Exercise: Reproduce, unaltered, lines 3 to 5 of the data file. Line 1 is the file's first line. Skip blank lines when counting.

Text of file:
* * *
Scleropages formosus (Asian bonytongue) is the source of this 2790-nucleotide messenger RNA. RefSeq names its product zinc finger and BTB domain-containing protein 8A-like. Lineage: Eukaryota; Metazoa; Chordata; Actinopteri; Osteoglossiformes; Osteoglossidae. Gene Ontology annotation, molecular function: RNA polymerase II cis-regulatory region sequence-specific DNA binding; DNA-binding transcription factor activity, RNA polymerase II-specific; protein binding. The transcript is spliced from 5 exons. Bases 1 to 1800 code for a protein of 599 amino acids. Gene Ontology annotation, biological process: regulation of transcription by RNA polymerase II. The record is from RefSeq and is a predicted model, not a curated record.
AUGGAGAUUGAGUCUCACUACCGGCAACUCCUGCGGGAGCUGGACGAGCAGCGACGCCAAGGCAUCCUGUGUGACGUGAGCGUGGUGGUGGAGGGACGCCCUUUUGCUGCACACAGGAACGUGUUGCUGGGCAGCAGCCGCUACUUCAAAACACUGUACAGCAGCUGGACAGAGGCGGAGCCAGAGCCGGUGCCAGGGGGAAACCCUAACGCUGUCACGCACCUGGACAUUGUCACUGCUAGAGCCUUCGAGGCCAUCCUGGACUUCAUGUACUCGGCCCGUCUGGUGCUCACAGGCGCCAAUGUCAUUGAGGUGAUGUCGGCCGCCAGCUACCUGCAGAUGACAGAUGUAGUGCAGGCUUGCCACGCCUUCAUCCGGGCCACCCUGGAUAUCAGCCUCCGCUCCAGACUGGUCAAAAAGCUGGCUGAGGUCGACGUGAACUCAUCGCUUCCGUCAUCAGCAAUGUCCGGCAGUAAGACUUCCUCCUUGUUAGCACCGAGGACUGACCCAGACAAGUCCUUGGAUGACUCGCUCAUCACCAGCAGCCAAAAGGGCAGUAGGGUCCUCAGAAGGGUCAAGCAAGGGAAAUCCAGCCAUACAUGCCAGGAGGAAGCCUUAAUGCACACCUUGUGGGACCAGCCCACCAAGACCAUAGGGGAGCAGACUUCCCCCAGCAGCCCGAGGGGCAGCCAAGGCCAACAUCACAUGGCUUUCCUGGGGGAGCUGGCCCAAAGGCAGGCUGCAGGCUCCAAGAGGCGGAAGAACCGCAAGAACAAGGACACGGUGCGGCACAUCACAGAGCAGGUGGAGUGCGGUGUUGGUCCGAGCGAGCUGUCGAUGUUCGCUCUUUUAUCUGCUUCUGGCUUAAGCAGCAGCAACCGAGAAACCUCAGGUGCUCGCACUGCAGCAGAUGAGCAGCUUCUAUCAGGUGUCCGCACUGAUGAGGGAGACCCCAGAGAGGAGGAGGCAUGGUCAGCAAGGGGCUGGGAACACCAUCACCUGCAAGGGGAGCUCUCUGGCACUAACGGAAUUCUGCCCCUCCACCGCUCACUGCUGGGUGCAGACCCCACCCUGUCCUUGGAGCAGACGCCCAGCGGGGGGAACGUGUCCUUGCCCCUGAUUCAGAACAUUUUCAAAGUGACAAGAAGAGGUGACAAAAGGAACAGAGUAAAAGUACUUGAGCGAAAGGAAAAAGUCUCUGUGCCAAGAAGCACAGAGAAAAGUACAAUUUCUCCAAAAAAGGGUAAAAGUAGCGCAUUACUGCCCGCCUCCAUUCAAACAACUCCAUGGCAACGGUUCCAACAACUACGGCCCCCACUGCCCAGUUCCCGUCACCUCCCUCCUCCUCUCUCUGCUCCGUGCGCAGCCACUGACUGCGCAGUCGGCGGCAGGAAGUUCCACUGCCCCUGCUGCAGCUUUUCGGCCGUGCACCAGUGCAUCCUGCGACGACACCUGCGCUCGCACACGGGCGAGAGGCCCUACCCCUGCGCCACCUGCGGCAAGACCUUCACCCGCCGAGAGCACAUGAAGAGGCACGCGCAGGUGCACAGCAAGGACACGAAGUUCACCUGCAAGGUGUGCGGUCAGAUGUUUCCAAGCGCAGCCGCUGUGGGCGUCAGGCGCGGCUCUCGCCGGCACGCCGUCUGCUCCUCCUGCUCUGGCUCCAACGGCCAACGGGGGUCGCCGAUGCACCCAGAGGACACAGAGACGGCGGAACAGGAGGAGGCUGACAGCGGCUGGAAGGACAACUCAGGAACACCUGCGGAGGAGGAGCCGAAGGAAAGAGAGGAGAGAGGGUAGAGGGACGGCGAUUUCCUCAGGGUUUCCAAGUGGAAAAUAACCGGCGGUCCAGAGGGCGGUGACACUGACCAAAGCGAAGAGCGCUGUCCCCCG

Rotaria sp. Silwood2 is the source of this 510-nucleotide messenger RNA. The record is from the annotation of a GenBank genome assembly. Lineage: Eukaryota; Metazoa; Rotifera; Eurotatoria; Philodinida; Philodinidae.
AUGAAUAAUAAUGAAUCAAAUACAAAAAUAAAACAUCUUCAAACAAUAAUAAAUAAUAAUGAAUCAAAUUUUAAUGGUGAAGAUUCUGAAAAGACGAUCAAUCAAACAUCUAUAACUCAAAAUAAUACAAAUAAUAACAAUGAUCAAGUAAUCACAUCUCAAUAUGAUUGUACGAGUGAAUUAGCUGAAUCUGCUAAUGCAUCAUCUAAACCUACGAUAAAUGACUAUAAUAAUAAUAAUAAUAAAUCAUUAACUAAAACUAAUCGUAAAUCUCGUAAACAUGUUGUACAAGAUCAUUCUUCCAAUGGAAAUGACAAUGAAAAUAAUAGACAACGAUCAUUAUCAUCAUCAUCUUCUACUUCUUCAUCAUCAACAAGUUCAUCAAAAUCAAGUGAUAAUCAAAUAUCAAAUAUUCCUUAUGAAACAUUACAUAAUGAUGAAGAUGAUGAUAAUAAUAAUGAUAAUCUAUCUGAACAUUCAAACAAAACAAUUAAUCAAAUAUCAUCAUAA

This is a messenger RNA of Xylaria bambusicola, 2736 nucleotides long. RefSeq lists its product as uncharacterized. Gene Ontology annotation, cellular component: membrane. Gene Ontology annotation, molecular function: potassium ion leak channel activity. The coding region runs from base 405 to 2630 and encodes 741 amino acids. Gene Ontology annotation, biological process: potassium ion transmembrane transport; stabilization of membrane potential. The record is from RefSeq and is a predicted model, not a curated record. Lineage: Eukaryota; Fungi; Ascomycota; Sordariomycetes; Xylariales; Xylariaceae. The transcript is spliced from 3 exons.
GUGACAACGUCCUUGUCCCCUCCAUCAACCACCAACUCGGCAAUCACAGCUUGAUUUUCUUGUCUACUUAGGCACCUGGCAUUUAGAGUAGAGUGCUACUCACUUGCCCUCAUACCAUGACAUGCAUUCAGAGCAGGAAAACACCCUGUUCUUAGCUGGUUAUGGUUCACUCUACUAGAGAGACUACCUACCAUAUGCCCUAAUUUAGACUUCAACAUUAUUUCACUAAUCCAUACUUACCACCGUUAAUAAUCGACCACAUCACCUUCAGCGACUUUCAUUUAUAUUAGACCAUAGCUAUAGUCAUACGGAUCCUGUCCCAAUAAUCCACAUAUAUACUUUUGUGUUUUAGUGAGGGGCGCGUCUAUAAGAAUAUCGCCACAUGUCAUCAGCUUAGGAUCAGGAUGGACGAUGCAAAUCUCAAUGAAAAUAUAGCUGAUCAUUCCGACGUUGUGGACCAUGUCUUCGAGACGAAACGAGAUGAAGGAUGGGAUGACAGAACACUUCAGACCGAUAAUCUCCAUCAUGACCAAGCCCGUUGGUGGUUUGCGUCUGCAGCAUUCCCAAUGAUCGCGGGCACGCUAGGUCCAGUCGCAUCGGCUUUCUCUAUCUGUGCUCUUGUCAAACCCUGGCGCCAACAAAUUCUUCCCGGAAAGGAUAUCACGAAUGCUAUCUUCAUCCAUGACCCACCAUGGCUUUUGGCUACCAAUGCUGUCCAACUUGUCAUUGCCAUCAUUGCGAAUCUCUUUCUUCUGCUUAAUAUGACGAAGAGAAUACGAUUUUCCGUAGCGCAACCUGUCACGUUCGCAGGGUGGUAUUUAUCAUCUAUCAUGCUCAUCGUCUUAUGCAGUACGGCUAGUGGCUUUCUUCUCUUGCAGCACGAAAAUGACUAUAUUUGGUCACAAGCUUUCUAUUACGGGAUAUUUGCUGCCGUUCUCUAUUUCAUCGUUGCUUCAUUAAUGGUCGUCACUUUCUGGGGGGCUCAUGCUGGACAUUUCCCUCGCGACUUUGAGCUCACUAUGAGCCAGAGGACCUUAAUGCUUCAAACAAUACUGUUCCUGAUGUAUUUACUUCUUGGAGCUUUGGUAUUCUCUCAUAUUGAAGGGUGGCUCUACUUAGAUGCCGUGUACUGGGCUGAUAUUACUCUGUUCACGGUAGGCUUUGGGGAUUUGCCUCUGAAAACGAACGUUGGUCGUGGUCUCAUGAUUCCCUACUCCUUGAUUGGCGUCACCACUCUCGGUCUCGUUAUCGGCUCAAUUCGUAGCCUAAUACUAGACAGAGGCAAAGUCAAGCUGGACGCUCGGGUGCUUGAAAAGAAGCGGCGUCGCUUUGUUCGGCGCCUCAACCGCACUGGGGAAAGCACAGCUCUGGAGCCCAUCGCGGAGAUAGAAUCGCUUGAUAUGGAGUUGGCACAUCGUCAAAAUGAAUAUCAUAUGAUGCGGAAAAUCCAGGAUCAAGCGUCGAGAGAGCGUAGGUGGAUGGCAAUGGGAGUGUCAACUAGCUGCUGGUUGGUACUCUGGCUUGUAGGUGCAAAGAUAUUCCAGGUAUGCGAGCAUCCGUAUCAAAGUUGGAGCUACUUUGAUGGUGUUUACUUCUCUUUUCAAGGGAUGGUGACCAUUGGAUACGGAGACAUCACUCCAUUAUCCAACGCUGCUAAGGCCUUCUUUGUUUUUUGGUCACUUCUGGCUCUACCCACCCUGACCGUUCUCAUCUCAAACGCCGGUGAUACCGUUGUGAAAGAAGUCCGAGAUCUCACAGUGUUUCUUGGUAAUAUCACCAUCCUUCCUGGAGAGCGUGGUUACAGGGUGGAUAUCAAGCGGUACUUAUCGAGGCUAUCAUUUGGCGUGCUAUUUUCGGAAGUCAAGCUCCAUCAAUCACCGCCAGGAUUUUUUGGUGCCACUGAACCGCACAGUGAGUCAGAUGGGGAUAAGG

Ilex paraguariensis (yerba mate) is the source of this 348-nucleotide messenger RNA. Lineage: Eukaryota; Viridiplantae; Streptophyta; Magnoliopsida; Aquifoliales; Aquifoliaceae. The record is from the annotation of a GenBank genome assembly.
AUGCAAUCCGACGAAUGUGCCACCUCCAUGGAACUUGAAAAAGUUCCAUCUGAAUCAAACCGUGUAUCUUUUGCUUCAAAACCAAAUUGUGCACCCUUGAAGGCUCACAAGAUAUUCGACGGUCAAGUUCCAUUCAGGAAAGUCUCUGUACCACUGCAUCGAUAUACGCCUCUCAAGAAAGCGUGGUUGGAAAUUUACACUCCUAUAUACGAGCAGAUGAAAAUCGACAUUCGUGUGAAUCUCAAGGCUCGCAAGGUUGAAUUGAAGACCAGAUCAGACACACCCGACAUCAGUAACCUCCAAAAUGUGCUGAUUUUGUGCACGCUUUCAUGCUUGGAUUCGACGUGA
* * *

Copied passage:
Rotaria sp. Silwood2 is the source of this 510-nucleotide messenger RNA. The record is from the annotation of a GenBank genome assembly. Lineage: Eukaryota; Metazoa; Rotifera; Eurotatoria; Philodinida; Philodinidae.
AUGAAUAAUAAUGAAUCAAAUACAAAAAUAAAACAUCUUCAAACAAUAAUAAAUAAUAAUGAAUCAAAUUUUAAUGGUGAAGAUUCUGAAAAGACGAUCAAUCAAACAUCUAUAACUCAAAAUAAUACAAAUAAUAACAAUGAUCAAGUAAUCACAUCUCAAUAUGAUUGUACGAGUGAAUUAGCUGAAUCUGCUAAUGCAUCAUCUAAACCUACGAUAAAUGACUAUAAUAAUAAUAAUAAUAAAUCAUUAACUAAAACUAAUCGUAAAUCUCGUAAACAUGUUGUACAAGAUCAUUCUUCCAAUGGAAAUGACAAUGAAAAUAAUAGACAACGAUCAUUAUCAUCAUCAUCUUCUACUUCUUCAUCAUCAACAAGUUCAUCAAAAUCAAGUGAUAAUCAAAUAUCAAAUAUUCCUUAUGAAACAUUACAUAAUGAUGAAGAUGAUGAUAAUAAUAAUGAUAAUCUAUCUGAACAUUCAAACAAAACAAUUAAUCAAAUAUCAUCAUAA

This is a messenger RNA of Xylaria bambusicola, 2736 nucleotides long. RefSeq lists its product as uncharacterized. Gene Ontology annotation, cellular component: membrane. Gene Ontology annotation, molecular function: potassium ion leak channel activity. The coding region runs from base 405 to 2630 and encodes 741 amino acids. Gene Ontology annotation, biological process: potassium ion transmembrane transport; stabilization of membrane potential. The record is from RefSeq and is a predicted model, not a curated record. Lineage: Eukaryota; Fungi; Ascomycota; Sordariomycetes; Xylariales; Xylariaceae. The transcript is spliced from 3 exons.